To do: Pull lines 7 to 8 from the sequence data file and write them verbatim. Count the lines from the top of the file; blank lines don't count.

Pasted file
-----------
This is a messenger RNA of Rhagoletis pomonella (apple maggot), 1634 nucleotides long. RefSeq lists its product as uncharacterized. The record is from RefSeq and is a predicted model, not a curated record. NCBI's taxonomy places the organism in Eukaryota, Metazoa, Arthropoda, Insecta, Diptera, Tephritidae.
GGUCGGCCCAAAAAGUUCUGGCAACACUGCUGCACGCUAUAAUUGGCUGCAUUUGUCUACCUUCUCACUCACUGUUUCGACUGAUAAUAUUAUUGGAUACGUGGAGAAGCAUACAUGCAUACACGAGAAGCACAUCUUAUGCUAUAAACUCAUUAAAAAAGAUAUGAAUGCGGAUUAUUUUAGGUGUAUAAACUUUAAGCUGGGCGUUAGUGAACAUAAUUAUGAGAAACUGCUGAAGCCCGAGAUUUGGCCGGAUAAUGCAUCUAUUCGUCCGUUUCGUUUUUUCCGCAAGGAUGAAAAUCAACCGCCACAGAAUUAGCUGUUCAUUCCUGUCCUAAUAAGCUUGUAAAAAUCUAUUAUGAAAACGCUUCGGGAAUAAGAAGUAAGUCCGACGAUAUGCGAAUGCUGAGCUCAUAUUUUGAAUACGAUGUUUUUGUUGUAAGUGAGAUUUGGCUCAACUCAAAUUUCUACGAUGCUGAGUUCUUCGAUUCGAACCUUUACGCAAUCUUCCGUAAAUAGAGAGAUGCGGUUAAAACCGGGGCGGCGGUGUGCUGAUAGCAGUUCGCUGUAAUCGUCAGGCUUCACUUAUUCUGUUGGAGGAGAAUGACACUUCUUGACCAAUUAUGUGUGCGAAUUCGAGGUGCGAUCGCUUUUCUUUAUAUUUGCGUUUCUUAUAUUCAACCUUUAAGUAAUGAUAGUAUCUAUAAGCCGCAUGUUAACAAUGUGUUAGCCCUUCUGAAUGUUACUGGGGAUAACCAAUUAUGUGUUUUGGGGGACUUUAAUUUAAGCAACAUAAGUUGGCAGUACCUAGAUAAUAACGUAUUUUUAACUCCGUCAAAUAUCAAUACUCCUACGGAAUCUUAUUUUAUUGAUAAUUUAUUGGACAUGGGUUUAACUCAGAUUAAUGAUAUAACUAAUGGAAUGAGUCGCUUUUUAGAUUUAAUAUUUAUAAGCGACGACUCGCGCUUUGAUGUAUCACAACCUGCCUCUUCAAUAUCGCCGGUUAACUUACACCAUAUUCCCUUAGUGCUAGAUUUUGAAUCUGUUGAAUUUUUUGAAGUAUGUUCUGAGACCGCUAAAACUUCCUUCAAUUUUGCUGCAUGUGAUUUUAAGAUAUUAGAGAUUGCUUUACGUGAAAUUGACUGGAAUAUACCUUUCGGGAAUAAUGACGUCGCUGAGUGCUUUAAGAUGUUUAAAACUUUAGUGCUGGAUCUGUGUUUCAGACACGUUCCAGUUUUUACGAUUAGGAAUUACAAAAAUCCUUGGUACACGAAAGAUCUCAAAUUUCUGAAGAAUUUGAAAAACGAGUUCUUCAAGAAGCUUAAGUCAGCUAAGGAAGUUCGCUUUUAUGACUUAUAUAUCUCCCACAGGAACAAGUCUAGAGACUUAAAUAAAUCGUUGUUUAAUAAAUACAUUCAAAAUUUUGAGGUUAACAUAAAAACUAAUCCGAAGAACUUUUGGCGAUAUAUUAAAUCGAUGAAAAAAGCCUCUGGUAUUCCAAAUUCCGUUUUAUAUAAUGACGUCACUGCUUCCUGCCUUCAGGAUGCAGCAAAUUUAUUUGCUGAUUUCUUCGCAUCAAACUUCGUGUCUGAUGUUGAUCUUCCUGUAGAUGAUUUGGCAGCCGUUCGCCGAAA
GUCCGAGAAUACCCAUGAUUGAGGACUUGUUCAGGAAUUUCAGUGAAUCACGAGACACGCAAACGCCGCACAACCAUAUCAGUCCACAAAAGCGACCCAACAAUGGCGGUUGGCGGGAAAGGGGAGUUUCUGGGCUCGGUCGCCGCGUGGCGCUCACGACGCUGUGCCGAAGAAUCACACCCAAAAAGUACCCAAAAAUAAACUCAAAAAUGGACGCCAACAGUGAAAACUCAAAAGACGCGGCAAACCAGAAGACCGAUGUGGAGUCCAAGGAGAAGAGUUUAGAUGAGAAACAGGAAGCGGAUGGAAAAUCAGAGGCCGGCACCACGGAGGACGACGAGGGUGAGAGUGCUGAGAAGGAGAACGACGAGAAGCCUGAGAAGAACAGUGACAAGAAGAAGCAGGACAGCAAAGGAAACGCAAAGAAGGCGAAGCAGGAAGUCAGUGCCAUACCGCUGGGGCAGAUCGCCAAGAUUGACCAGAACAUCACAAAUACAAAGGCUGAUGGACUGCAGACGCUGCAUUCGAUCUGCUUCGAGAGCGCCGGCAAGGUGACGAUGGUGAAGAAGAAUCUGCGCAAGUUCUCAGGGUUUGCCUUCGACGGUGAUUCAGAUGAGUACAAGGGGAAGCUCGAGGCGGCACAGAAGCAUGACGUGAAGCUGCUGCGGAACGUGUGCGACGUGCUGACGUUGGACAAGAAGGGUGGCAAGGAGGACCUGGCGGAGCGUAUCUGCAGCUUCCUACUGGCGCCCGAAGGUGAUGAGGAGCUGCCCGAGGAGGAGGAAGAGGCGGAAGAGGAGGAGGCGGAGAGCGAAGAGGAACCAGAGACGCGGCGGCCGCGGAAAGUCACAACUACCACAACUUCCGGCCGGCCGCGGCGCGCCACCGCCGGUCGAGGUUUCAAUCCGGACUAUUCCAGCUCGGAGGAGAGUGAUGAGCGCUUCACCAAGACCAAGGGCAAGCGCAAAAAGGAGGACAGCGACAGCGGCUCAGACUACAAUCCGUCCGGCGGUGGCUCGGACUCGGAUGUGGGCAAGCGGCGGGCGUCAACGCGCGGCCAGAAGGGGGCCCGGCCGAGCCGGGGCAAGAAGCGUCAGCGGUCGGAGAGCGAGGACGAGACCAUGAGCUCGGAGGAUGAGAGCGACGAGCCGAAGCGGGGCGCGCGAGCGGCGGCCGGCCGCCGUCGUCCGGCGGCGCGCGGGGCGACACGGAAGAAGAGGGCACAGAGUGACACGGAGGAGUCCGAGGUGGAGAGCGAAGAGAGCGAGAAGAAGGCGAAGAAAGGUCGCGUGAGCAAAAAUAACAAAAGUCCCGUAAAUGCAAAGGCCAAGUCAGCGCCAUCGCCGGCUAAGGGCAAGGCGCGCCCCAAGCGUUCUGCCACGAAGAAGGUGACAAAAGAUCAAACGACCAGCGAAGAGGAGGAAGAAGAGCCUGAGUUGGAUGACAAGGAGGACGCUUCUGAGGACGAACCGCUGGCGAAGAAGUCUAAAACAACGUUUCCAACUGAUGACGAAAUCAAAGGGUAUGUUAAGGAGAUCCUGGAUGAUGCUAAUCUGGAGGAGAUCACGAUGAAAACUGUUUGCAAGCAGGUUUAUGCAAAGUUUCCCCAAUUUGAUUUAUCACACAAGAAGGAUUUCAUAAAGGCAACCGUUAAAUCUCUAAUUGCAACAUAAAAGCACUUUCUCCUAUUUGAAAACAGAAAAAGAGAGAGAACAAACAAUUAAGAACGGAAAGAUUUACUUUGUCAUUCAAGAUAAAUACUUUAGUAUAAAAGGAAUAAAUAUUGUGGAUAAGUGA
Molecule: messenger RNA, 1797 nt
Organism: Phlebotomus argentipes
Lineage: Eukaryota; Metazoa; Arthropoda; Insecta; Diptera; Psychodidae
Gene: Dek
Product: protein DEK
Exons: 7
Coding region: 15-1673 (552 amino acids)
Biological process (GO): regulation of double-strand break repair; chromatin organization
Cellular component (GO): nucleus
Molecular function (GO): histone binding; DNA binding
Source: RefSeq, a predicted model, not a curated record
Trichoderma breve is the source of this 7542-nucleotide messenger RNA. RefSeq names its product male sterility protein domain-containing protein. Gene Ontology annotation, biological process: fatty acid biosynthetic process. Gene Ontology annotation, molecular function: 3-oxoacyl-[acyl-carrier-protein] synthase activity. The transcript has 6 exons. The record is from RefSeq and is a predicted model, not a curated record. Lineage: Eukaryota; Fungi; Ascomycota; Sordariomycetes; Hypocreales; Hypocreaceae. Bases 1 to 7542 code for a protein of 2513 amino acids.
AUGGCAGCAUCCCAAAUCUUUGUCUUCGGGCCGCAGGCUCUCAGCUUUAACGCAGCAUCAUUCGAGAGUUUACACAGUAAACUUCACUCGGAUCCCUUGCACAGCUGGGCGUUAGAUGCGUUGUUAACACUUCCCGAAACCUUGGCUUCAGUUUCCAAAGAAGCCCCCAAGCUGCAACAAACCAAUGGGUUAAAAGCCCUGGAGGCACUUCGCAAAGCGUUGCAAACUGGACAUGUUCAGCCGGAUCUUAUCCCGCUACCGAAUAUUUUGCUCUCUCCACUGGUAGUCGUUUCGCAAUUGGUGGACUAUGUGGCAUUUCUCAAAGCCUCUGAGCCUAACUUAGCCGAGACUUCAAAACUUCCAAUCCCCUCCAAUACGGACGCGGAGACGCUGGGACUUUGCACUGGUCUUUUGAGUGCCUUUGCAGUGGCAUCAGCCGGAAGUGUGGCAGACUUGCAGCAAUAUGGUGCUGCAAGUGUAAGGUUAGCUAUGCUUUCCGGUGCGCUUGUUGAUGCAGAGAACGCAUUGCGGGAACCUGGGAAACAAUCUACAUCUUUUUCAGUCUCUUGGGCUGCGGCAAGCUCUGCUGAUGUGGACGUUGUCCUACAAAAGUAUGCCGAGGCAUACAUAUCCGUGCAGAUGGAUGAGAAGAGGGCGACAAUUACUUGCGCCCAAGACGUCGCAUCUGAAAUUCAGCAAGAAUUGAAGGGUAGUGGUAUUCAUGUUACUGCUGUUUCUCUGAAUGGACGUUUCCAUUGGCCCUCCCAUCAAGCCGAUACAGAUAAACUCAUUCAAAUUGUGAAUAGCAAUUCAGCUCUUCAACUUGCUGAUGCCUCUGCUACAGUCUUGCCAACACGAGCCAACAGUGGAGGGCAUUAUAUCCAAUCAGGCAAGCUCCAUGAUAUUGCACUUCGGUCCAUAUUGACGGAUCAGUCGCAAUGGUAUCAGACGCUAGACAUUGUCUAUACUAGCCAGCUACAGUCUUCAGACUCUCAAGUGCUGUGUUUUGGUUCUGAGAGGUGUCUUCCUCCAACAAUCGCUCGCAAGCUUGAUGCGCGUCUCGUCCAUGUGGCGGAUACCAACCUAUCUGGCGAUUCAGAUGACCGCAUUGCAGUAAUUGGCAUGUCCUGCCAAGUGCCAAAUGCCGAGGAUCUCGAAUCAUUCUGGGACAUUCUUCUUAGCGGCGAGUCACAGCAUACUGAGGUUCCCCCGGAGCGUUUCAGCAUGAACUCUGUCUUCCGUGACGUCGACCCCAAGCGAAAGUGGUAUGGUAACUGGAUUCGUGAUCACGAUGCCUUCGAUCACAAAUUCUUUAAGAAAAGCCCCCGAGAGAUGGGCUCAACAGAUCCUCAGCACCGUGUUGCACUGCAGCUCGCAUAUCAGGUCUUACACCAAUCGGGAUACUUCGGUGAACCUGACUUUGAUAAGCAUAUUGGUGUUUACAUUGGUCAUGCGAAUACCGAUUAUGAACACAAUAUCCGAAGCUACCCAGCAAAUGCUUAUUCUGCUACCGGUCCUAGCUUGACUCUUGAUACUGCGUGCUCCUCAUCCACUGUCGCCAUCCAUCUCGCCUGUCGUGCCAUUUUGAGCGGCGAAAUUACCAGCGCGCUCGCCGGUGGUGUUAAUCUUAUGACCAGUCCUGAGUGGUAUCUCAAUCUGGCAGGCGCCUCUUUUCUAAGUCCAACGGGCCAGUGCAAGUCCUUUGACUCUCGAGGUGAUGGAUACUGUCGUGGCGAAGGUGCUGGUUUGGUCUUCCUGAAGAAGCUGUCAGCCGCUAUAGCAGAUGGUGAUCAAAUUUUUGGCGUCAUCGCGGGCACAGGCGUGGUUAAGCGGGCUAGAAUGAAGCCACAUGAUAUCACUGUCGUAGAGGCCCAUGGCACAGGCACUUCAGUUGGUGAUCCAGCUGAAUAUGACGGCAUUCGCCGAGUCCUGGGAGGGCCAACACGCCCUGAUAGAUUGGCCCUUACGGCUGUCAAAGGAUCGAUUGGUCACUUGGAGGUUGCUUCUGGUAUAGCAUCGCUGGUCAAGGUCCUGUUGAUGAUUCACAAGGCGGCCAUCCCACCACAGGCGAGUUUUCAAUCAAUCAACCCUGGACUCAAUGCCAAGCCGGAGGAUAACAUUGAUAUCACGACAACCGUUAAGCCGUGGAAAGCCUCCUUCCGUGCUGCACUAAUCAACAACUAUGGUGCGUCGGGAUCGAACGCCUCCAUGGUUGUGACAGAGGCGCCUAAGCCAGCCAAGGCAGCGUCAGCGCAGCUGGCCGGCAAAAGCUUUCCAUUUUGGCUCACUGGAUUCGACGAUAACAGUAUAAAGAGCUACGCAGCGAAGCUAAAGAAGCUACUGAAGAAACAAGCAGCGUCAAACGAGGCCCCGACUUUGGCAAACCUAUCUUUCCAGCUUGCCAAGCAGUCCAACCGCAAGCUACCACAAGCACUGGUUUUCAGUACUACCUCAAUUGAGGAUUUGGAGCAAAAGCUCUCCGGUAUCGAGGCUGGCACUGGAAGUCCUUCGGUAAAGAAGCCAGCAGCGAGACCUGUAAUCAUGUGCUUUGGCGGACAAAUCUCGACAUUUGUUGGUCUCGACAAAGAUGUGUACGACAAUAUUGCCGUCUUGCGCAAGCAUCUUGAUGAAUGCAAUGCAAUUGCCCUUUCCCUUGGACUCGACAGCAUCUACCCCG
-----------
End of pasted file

Gene: Dek
Product: protein DEK